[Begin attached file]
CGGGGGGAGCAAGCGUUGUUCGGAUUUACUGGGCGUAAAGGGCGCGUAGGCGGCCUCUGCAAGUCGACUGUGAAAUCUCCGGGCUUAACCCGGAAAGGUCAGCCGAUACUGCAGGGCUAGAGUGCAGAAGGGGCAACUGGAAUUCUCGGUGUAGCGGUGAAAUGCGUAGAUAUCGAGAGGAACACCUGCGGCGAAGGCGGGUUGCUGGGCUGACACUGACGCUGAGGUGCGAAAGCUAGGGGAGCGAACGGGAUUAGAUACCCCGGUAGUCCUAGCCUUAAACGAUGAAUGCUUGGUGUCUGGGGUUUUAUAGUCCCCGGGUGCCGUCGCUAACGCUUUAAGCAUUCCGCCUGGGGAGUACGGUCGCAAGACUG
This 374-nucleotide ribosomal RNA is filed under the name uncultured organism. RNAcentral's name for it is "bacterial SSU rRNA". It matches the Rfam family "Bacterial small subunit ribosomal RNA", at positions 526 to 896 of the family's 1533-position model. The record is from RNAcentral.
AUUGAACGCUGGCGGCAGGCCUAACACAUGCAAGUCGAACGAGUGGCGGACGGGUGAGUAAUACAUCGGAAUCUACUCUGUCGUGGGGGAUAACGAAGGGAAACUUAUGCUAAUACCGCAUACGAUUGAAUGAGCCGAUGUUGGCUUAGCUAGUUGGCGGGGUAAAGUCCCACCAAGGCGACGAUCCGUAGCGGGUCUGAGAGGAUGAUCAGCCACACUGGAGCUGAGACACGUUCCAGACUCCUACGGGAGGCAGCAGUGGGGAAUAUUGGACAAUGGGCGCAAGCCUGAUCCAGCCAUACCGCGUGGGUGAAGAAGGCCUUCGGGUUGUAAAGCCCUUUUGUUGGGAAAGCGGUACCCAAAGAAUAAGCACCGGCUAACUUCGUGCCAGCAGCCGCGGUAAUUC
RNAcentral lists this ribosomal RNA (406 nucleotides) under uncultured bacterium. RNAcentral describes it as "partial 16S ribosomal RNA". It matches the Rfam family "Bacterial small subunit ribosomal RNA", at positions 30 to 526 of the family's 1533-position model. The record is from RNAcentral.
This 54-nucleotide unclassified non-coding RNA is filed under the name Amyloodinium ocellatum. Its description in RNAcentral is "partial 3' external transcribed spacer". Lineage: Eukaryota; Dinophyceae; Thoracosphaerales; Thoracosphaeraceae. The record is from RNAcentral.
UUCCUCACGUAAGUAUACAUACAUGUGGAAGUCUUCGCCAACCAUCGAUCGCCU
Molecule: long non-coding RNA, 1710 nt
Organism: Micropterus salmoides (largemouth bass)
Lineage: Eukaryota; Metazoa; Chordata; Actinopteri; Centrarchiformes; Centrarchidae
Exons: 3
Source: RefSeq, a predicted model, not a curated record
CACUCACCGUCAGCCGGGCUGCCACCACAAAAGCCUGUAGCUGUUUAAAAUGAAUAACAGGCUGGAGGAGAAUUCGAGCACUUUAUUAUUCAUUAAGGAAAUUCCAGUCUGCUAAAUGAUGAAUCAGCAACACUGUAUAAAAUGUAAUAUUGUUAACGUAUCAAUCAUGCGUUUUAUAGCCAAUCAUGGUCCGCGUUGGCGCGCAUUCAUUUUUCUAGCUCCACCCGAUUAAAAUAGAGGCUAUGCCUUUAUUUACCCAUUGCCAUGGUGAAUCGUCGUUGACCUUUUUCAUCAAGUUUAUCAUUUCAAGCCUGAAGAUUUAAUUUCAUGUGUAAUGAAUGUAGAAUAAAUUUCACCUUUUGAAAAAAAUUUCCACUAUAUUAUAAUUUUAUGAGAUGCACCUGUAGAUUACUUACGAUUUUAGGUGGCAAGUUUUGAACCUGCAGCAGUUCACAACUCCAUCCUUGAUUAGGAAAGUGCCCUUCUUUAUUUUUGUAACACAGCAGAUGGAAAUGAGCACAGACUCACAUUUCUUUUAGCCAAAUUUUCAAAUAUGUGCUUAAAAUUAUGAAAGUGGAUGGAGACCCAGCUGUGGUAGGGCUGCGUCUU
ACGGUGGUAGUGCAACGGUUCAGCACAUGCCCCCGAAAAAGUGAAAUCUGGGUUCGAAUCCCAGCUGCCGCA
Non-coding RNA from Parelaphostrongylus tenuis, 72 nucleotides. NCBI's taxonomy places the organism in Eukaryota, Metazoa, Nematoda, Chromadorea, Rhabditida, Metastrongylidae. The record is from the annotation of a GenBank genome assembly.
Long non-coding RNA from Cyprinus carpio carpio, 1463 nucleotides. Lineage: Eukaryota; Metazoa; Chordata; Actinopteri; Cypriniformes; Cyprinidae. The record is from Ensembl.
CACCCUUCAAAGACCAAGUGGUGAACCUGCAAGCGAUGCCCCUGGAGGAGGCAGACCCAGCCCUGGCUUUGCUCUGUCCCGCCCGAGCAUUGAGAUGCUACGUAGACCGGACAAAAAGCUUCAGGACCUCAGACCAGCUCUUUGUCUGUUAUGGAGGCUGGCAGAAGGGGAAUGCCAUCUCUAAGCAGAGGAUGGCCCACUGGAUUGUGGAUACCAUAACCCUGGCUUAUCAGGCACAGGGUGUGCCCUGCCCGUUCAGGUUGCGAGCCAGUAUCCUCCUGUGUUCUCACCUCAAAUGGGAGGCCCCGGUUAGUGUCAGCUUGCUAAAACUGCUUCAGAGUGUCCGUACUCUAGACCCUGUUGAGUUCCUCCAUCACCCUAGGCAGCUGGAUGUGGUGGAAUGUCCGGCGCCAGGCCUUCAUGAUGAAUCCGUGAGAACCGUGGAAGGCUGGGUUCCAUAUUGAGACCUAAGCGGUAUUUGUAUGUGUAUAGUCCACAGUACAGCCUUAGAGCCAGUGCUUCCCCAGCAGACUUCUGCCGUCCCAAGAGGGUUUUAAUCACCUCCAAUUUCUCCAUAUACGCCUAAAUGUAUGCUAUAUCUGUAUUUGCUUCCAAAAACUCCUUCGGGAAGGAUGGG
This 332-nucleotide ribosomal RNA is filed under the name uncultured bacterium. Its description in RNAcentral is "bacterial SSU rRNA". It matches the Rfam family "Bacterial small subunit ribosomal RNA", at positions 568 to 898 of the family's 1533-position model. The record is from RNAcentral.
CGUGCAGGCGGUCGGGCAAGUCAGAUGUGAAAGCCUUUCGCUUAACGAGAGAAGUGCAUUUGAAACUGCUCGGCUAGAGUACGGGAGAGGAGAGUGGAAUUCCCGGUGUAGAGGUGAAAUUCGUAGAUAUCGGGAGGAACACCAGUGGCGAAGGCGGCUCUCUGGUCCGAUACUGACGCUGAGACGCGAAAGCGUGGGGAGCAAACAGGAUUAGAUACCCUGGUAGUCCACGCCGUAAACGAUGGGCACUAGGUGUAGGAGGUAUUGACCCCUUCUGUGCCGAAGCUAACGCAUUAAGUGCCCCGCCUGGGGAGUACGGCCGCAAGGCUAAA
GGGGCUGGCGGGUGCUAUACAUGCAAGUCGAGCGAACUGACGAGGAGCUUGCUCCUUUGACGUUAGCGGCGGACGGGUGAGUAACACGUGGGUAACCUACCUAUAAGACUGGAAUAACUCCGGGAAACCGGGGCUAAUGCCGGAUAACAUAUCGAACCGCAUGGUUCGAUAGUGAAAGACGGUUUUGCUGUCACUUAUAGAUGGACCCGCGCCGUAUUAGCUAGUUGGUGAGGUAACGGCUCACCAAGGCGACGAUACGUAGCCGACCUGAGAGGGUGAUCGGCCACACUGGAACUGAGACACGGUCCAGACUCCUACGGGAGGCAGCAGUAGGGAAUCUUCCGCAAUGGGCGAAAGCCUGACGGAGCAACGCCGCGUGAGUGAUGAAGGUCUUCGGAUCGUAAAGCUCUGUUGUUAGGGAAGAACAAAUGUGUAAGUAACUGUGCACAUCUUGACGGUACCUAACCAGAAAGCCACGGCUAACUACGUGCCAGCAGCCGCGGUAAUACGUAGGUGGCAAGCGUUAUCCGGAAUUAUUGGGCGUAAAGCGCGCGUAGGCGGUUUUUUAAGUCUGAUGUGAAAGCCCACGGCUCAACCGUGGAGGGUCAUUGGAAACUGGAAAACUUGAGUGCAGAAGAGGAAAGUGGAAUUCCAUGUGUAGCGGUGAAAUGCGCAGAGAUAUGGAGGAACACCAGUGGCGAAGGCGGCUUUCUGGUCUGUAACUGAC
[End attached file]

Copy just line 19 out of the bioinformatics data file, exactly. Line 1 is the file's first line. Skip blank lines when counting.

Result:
GGGGCUGGCGGGUGCUAUACAUGCAAGUCGAGCGAACUGACGAGGAGCUUGCUCCUUUGACGUUAGCGGCGGACGGGUGAGUAACACGUGGGUAACCUACCUAUAAGACUGGAAUAACUCCGGGAAACCGGGGCUAAUGCCGGAUAACAUAUCGAACCGCAUGGUUCGAUAGUGAAAGACGGUUUUGCUGUCACUUAUAGAUGGACCCGCGCCGUAUUAGCUAGUUGGUGAGGUAACGGCUCACCAAGGCGACGAUACGUAGCCGACCUGAGAGGGUGAUCGGCCACACUGGAACUGAGACACGGUCCAGACUCCUACGGGAGGCAGCAGUAGGGAAUCUUCCGCAAUGGGCGAAAGCCUGACGGAGCAACGCCGCGUGAGUGAUGAAGGUCUUCGGAUCGUAAAGCUCUGUUGUUAGGGAAGAACAAAUGUGUAAGUAACUGUGCACAUCUUGACGGUACCUAACCAGAAAGCCACGGCUAACUACGUGCCAGCAGCCGCGGUAAUACGUAGGUGGCAAGCGUUAUCCGGAAUUAUUGGGCGUAAAGCGCGCGUAGGCGGUUUUUUAAGUCUGAUGUGAAAGCCCACGGCUCAACCGUGGAGGGUCAUUGGAAACUGGAAAACUUGAGUGCAGAAGAGGAAAGUGGAAUUCCAUGUGUAGCGGUGAAAUGCGCAGAGAUAUGGAGGAACACCAGUGGCGAAGGCGGCUUUCUGGUCUGUAACUGAC